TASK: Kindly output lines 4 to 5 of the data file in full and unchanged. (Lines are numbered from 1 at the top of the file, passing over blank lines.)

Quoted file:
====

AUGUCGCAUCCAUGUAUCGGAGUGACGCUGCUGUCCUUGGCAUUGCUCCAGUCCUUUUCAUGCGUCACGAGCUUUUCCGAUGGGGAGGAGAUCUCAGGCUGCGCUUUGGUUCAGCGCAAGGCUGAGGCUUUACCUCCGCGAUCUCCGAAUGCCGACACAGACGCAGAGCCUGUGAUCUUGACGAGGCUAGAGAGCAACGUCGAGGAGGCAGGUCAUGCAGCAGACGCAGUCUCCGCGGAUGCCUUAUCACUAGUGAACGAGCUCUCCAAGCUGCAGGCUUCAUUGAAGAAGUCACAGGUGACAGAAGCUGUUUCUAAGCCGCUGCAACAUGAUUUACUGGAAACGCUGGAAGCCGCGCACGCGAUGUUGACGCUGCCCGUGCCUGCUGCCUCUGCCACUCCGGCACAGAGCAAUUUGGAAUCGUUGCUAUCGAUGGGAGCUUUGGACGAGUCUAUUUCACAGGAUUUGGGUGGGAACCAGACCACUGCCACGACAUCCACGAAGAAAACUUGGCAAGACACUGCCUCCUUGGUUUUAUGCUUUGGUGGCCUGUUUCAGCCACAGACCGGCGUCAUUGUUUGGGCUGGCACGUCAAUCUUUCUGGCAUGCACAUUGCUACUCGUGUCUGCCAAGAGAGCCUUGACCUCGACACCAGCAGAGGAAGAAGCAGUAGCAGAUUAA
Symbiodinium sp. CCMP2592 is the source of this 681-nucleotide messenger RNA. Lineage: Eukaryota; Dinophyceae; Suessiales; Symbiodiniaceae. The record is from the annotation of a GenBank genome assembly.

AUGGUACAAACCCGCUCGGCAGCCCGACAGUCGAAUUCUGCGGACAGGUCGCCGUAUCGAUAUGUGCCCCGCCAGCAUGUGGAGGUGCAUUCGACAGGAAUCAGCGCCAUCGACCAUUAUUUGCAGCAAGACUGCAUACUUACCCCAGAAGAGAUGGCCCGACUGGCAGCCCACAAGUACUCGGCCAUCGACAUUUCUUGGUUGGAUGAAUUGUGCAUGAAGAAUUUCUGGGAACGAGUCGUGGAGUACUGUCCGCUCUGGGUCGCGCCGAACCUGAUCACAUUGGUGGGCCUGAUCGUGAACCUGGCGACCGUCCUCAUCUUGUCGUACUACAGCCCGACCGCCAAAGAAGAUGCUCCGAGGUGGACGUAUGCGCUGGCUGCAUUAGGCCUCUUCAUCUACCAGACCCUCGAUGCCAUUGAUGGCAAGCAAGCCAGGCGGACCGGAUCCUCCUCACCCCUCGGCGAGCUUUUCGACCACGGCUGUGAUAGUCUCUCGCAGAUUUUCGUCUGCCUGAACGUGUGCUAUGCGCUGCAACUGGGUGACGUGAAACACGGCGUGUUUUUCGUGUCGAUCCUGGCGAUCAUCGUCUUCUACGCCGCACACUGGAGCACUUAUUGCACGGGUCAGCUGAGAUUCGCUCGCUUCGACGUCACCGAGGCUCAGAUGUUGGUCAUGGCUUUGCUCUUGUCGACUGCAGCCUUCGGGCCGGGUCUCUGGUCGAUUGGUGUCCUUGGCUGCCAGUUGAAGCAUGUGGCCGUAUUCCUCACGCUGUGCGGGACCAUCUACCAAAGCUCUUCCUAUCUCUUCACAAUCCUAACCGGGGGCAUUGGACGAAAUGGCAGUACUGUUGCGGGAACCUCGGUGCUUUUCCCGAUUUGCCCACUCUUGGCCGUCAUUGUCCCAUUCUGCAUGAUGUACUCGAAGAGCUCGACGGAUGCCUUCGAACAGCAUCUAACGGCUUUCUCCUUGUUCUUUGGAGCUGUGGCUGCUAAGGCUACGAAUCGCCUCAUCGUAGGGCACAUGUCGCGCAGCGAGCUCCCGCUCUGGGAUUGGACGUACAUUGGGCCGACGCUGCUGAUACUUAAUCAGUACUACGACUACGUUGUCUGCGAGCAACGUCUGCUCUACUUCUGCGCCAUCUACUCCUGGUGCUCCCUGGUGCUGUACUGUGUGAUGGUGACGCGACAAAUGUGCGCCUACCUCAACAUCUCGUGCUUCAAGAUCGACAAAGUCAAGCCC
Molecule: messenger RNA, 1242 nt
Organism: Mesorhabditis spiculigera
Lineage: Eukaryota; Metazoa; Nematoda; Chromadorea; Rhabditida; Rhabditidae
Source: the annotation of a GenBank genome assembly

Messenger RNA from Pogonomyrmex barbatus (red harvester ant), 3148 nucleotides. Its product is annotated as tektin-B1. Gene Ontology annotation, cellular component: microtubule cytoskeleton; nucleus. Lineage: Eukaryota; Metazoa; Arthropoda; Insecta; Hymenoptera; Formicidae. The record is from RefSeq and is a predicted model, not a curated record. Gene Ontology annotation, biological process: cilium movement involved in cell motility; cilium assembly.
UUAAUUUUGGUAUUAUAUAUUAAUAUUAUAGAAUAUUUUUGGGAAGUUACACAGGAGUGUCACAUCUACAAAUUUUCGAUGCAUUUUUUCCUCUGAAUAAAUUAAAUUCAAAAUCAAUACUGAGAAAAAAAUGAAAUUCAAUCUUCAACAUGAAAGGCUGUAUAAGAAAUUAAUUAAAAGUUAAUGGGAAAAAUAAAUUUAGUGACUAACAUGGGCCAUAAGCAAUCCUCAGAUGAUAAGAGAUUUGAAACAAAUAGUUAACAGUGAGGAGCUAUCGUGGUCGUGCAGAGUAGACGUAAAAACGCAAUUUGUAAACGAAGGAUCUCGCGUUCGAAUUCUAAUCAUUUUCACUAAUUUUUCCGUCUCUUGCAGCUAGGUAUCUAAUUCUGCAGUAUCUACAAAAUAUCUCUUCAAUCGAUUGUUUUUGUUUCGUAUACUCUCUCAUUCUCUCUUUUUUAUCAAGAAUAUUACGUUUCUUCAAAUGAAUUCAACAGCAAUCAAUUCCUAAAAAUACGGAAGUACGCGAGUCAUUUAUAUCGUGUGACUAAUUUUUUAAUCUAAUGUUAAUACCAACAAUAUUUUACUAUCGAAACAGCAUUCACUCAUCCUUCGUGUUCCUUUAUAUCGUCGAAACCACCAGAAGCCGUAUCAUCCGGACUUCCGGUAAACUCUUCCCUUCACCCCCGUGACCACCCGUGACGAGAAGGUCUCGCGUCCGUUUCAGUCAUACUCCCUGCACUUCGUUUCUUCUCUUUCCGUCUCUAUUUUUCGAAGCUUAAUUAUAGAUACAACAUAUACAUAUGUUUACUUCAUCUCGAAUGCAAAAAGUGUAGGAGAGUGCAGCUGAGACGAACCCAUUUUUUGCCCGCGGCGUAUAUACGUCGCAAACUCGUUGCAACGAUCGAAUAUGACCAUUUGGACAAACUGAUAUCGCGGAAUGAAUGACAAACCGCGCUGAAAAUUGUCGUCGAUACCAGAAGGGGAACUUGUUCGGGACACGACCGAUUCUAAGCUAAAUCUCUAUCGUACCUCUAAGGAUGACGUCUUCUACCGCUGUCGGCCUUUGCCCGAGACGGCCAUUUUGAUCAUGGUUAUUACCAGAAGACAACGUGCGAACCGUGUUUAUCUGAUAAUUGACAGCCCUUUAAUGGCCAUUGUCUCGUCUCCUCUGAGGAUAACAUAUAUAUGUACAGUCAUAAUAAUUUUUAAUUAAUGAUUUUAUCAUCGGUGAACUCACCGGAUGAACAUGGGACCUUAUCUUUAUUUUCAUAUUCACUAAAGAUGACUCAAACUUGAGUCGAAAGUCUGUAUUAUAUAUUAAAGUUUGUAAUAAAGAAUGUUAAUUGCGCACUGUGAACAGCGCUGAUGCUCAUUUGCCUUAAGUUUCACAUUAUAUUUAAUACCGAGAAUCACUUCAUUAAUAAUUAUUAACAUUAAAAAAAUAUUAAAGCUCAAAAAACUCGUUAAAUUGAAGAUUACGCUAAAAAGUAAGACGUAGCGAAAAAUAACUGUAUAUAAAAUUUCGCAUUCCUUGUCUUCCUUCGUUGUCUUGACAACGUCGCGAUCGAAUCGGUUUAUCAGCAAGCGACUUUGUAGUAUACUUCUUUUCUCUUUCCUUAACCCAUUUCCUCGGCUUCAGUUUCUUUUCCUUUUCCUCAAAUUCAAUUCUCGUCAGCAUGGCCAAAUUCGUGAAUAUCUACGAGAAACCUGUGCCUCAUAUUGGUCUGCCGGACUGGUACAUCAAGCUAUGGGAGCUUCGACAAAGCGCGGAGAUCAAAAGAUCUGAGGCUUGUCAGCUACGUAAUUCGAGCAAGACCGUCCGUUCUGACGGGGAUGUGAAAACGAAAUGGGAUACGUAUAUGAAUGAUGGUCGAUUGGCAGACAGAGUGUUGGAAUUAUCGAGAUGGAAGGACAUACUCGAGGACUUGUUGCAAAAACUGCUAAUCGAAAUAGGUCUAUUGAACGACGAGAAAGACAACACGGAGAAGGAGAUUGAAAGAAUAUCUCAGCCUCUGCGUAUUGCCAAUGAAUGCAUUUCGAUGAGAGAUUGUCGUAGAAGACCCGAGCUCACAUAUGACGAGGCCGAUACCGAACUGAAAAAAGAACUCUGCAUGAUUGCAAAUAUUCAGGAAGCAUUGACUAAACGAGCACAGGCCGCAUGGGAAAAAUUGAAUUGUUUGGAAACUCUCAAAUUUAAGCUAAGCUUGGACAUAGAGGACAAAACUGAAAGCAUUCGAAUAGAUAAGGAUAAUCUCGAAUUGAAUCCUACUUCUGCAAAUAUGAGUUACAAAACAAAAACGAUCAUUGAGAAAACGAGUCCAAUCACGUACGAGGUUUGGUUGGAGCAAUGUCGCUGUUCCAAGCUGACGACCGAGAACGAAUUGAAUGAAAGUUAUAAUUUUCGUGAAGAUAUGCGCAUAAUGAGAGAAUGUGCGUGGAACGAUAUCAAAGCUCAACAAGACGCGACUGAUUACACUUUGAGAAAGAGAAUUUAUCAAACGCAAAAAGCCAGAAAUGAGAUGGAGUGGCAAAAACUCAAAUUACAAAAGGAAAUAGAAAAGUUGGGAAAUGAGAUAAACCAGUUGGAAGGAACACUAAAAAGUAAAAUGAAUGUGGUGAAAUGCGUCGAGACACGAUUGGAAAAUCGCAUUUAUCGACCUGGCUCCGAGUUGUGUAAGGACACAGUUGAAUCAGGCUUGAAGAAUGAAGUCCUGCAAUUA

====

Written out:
Molecule: messenger RNA, 1242 nt
Organism: Mesorhabditis spiculigera